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George Wythe was born in 1726/1727 in Elizabeth City County, Virginia, the son of Thomas Wythe and Margaret Walker Wythe. His early education is credited to his mother who likely influenced his early Latin and Greek learning. He was sent to study law under his Uncle Stephen Dewey but Wythe later admitted he learned less about the law and more on clerking. Much of his legal education was due to his own reading.  In 1820, Thomas Jefferson wrote of his former mentor's education "he had not the benefit of a regular education in the schools, but acquired a good one of himself, and without assistance; insomuch as to become the best Latin and Greek scholar in the state. It is said that while reading the Greek testament, his mother held an English one to aid him in rendering the Greek text conformably with that. He also acquired by his own reading a good knowledge of mathematics, of natural and moral philosophy." 

While Wythe is listed as a student at William & Mary c. 1746 in A Provisional List of Alumni, Grammar School Students, Members of the Faculty, and Members of the Board of Visitors of the College of William & Mary in Virginia, from 1693 to 1888 which was issued in 1941 by Earl Gregg Swem "published solely as a request for corrections and additional information", there appears to be no supporting extant primary source documentation to confirm this.

Wythe married "Mrs. Anne Lewis" (unknown - August 8, 1748) December 26, 1747 who died less than 8 months after the union. In 1754 he married Elizabeth Taliaferro (c. 1739 - August 14, 1787) of Powhatan Plantation in James City County, Virginia. It is through this marriage he obtained life rights to the home in Williamsburg, Virginia which bears his name. There was no issue from either marriage.

In addition to mentoring some of Virginia's most promising young attorneys, he was a practicing attorney and held numerous offices in Royal Colony and the Commonwealth of Virginia. Some of his roles included being a member of the Virginia House of Burgesses, King's Attorney General of Virginia, Delegate at the Virginia Conventions and Continental Congress, signer of the Declaration of Independence, the first professor of law at William & Mary 1779-1790, and Judge of Virginia High Court of Chancery. He was attended the Constitutional Convention in Philadelphia in 1787, but his attendance was brief; his wife's illness and subsequent death prevented him from returning. Wythe was awarded an honorary degree by the College of William & Mary in 1790. "In 1791, the year after Wythe resigned his professorship, his chancery duties caused him to move to Richmond, the state capital. He was reluctant to give up his teaching, however, and opened a private law school. One of his last and most promising pupils was young Henry Clay.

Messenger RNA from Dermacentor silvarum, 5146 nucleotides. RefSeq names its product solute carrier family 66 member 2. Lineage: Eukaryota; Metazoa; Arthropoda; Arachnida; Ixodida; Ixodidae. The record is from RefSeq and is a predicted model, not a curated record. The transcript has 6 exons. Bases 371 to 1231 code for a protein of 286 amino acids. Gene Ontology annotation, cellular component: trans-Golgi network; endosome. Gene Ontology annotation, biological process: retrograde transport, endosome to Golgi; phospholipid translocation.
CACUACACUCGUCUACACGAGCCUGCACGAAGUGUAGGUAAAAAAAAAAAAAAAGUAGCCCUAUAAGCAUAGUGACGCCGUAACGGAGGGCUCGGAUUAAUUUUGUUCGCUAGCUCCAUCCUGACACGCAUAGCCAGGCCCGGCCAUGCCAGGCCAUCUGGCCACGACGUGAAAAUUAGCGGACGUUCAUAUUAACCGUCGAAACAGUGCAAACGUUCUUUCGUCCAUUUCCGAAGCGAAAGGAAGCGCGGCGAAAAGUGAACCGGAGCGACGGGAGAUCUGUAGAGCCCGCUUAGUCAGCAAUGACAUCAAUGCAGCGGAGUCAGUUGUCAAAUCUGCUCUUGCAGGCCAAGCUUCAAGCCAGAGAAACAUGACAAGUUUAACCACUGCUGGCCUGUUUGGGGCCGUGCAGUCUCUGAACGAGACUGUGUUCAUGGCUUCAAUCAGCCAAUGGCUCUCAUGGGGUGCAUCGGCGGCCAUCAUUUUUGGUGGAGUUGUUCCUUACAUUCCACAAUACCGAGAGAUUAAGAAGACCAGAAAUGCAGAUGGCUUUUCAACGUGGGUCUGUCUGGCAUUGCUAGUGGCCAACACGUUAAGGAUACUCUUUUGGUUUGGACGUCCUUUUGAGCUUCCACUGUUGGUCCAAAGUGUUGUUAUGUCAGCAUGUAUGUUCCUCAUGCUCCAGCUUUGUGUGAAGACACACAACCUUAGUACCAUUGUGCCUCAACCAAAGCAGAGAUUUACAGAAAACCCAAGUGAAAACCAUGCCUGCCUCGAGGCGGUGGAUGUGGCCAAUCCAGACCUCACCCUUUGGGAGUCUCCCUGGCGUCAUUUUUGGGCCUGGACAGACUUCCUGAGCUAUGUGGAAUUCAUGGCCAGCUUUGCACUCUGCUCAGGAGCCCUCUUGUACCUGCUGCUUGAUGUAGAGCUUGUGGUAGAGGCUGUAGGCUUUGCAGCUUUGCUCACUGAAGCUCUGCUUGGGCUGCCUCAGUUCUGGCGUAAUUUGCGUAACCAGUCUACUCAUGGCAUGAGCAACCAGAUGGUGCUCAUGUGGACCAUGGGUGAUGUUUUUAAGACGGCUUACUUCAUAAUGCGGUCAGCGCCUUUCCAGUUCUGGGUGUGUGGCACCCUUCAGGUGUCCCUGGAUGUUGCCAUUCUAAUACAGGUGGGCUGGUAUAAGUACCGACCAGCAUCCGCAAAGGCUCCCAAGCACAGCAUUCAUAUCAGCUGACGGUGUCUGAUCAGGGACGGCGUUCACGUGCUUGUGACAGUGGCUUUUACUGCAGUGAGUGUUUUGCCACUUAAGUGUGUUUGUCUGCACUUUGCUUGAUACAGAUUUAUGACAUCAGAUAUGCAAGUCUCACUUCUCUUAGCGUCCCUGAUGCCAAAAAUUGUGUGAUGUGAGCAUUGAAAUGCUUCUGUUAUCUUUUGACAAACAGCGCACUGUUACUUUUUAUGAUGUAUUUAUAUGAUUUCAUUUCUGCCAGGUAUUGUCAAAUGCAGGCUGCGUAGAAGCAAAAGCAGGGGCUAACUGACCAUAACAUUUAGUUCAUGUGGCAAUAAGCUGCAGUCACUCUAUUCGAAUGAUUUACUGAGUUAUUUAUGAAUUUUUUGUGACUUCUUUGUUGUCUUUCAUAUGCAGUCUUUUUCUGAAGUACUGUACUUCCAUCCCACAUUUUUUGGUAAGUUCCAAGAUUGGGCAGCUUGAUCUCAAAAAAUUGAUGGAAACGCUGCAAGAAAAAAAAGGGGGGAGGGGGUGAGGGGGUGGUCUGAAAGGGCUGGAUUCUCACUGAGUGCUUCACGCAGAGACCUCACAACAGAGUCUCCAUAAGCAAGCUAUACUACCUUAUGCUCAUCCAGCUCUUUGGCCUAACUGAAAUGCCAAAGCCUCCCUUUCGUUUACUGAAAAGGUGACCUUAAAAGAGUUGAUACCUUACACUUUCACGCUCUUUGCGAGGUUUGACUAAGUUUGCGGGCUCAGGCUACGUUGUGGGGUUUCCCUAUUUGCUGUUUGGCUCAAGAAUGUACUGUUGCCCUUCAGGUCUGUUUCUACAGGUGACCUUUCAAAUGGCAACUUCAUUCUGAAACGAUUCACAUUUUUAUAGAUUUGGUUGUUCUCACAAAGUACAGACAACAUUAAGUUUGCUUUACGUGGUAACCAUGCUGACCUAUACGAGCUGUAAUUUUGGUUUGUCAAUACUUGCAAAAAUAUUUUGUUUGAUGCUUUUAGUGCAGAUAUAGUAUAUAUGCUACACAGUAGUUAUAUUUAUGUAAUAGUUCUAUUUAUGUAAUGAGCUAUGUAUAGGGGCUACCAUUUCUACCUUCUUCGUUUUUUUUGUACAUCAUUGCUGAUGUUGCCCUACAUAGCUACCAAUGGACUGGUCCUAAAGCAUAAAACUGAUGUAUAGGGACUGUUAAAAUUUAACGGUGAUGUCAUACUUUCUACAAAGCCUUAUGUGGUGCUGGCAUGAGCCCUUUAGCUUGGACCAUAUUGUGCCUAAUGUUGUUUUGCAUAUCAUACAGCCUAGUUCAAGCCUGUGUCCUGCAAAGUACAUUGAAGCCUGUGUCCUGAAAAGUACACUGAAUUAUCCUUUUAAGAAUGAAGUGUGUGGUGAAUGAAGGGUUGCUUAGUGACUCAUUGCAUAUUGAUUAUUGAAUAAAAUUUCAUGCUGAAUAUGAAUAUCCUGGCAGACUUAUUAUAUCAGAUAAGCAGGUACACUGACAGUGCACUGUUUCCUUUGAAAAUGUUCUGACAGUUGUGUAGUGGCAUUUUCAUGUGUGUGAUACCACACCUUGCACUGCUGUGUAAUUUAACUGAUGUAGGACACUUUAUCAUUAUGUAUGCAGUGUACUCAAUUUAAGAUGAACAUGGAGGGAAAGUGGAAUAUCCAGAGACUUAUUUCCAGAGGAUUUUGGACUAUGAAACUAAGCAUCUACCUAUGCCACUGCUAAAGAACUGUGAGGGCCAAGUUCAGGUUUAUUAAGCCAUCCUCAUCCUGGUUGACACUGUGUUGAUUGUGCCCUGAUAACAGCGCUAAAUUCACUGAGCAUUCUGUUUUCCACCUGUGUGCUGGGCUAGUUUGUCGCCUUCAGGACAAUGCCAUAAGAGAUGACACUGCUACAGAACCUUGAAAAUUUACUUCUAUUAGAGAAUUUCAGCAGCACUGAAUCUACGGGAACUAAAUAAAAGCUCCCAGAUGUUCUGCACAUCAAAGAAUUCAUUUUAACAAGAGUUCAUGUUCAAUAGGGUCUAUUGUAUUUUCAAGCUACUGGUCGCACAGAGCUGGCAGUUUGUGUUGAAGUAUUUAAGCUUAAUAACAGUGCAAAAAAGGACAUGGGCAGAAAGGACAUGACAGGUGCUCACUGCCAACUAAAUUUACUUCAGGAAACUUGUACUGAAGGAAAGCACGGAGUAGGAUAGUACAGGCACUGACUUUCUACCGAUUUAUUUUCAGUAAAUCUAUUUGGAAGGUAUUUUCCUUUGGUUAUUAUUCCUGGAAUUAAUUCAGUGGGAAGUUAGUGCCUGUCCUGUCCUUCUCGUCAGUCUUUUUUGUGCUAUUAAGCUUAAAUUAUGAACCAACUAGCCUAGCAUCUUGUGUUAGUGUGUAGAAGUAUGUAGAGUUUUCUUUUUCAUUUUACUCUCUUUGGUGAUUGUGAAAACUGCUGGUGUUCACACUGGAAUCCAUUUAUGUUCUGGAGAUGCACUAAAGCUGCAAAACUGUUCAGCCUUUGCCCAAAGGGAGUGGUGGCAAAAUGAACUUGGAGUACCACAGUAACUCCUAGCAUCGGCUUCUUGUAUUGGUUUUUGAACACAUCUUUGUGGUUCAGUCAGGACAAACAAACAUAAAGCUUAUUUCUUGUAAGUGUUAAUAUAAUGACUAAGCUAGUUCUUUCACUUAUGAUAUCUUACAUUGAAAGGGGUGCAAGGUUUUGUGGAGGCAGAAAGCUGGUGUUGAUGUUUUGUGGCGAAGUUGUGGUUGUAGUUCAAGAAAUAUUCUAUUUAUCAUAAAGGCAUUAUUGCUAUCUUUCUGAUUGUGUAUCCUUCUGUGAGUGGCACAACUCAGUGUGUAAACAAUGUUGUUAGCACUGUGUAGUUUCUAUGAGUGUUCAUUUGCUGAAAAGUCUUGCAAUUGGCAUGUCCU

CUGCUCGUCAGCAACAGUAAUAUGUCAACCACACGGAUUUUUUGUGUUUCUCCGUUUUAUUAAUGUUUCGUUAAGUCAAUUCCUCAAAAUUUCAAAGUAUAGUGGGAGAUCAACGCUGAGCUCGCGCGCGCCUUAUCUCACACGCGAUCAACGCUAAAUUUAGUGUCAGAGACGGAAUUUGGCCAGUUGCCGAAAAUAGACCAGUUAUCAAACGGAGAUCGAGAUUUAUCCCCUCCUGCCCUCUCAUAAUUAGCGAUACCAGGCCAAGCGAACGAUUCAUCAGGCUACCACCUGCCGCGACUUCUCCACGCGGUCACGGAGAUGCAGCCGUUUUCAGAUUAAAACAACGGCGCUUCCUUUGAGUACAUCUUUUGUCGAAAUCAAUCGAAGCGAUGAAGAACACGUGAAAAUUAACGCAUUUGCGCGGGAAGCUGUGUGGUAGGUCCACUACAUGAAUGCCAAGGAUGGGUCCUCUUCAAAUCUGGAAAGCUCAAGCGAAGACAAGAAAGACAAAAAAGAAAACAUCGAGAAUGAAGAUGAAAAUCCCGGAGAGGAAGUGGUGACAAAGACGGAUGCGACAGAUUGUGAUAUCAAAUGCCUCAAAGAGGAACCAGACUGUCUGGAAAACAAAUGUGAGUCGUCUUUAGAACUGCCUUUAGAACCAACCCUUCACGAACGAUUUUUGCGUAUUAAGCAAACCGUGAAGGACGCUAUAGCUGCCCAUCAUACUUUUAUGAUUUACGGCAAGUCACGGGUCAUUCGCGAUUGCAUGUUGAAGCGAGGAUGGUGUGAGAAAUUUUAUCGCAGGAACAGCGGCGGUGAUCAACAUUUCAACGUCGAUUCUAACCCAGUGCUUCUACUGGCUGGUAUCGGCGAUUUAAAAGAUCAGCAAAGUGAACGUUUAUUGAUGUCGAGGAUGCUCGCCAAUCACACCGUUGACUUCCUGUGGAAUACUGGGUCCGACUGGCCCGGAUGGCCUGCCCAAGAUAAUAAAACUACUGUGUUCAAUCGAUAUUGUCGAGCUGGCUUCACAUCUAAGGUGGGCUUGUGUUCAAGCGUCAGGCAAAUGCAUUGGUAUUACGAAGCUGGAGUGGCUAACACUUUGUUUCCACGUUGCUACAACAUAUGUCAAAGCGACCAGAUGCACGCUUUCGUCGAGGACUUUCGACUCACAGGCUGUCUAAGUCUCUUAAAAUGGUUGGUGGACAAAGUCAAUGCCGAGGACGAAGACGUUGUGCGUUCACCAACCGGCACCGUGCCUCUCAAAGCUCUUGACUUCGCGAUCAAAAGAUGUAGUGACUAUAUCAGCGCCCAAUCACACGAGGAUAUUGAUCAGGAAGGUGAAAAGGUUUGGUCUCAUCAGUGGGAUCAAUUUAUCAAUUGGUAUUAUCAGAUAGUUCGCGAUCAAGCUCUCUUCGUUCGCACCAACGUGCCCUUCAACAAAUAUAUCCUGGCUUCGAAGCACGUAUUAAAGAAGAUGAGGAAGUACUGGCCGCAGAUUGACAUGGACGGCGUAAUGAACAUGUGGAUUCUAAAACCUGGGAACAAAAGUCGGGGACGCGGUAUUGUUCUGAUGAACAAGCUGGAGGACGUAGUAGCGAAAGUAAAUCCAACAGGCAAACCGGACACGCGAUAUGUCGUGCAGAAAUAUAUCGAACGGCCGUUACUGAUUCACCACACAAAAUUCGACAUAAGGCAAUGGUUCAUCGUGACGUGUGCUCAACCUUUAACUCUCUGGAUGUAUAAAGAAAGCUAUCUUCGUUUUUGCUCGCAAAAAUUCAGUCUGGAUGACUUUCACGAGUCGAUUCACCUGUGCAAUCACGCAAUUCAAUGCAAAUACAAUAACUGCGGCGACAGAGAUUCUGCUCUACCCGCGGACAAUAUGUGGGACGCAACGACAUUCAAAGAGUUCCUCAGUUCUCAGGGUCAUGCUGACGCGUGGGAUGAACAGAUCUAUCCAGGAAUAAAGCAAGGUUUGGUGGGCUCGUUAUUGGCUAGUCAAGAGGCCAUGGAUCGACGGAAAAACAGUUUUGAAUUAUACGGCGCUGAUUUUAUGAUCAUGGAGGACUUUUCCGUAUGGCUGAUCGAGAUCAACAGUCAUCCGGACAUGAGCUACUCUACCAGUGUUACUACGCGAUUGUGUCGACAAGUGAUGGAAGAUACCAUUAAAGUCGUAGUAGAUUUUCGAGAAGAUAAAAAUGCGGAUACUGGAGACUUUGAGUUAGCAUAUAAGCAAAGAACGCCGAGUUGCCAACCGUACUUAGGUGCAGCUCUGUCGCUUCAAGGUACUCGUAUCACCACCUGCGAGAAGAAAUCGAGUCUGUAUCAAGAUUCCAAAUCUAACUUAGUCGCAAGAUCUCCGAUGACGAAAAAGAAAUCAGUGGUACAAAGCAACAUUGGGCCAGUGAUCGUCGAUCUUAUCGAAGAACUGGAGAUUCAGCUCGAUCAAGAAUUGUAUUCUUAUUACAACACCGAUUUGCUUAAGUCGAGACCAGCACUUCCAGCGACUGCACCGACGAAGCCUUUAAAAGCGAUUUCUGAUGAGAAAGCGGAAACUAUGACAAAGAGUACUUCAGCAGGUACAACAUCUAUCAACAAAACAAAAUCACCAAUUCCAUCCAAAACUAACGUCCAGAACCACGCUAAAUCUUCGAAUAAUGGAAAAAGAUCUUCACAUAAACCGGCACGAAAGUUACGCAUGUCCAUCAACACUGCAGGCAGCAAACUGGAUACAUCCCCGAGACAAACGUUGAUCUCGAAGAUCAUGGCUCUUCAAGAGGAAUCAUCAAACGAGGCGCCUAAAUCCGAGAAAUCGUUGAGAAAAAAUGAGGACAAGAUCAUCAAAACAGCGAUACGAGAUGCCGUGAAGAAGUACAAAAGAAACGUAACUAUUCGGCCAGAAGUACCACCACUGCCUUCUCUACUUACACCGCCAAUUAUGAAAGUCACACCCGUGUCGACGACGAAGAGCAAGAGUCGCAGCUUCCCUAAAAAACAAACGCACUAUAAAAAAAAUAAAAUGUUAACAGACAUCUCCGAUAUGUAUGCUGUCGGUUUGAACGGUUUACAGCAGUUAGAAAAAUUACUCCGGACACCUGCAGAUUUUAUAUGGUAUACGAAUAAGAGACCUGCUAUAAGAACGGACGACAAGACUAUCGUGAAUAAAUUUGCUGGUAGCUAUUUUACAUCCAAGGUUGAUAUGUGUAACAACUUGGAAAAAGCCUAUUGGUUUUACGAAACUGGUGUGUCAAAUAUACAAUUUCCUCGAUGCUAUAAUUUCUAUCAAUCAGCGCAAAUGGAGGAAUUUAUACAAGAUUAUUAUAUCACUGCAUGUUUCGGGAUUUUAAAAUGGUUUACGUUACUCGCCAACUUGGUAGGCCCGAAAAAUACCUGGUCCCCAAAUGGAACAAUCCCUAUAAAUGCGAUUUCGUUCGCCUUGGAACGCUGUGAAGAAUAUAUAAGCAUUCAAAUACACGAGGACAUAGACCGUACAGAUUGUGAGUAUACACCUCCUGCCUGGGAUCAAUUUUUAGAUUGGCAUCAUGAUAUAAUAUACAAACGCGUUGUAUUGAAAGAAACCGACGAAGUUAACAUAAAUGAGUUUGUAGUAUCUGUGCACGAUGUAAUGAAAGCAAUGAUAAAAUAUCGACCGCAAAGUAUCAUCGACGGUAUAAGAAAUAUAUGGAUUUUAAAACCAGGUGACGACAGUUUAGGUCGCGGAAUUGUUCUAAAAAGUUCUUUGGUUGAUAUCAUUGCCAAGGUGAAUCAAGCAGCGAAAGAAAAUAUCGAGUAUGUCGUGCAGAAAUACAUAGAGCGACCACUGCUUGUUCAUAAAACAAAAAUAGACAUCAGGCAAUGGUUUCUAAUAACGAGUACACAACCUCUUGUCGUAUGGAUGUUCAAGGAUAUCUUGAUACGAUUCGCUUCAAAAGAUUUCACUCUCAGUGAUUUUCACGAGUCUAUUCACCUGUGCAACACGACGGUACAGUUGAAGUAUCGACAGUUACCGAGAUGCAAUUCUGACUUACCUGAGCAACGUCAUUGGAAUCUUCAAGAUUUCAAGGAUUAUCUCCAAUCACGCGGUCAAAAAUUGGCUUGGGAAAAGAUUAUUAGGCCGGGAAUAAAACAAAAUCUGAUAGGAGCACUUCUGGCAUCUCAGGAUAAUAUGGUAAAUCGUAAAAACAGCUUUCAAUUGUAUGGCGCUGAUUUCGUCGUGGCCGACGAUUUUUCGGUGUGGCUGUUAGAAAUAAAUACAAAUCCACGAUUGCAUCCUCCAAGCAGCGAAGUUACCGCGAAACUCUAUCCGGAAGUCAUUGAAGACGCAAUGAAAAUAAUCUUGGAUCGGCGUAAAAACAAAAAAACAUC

In 1806 Wythe died at Richmond under mysterious circumstances, probably of poison administered by his grandnephew and heir, George Wythe Sweeney. Wythe lived long enough to disinherit Sweeney who was tried for murder, but not convicted due to the fact that the key witness to the crime, Lydia Broadnax, was enslaved. Reflecting a lifelong aversion to slavery, Wythe emancipated his slaves in his will. His grave is in the yard of St. John's Episcopal Church in Richmond." 

The Marshall-Wythe School of Law at William & Mary is named in his honor, as well as his student and Supreme Court Chief Justice John Marshall.

Material in the Special Collections Research Center

Further Reading

News from William & Mary

  1. Alonzo Thomas Dill. George Wythe Teacher of Liberty. (Virginia: Virginia Independence Bicentennial Commission, 1979), p. 7.
  2. Robert Bevier Kirkland, "George Wythe: Lawyer, Revolutionary, Judge" (Michigan: University Microfilms International, 1983PhD diss., University of Michigan, 1983), p. 40
  3. Thomas Jefferson: Notes for the Biography of George Wythe., ca. 31 Aug. 1820, 31 August 1820, Founders Online, National Archives, transcription last modified March 30, 2017, See original document at
  4. William Armstrong Crozier, Virginia County Records, Vol. I (Canada: College of Arms, 1912), p. 85. Accessed May 3, 2017 through Internet Archive
  5. National Archives, "The Founding Fathers of Virginia", last modified September 29, 2016,


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A note about the contents of this site

This website contains the best available information from known sources at the time it was written. Unfortunately, many of the early original records of William & Mary were destroyed by fires, military occupation, and the normal effects of time. The information in this website is not complete, and it changes as we continue to research and uncover new sources.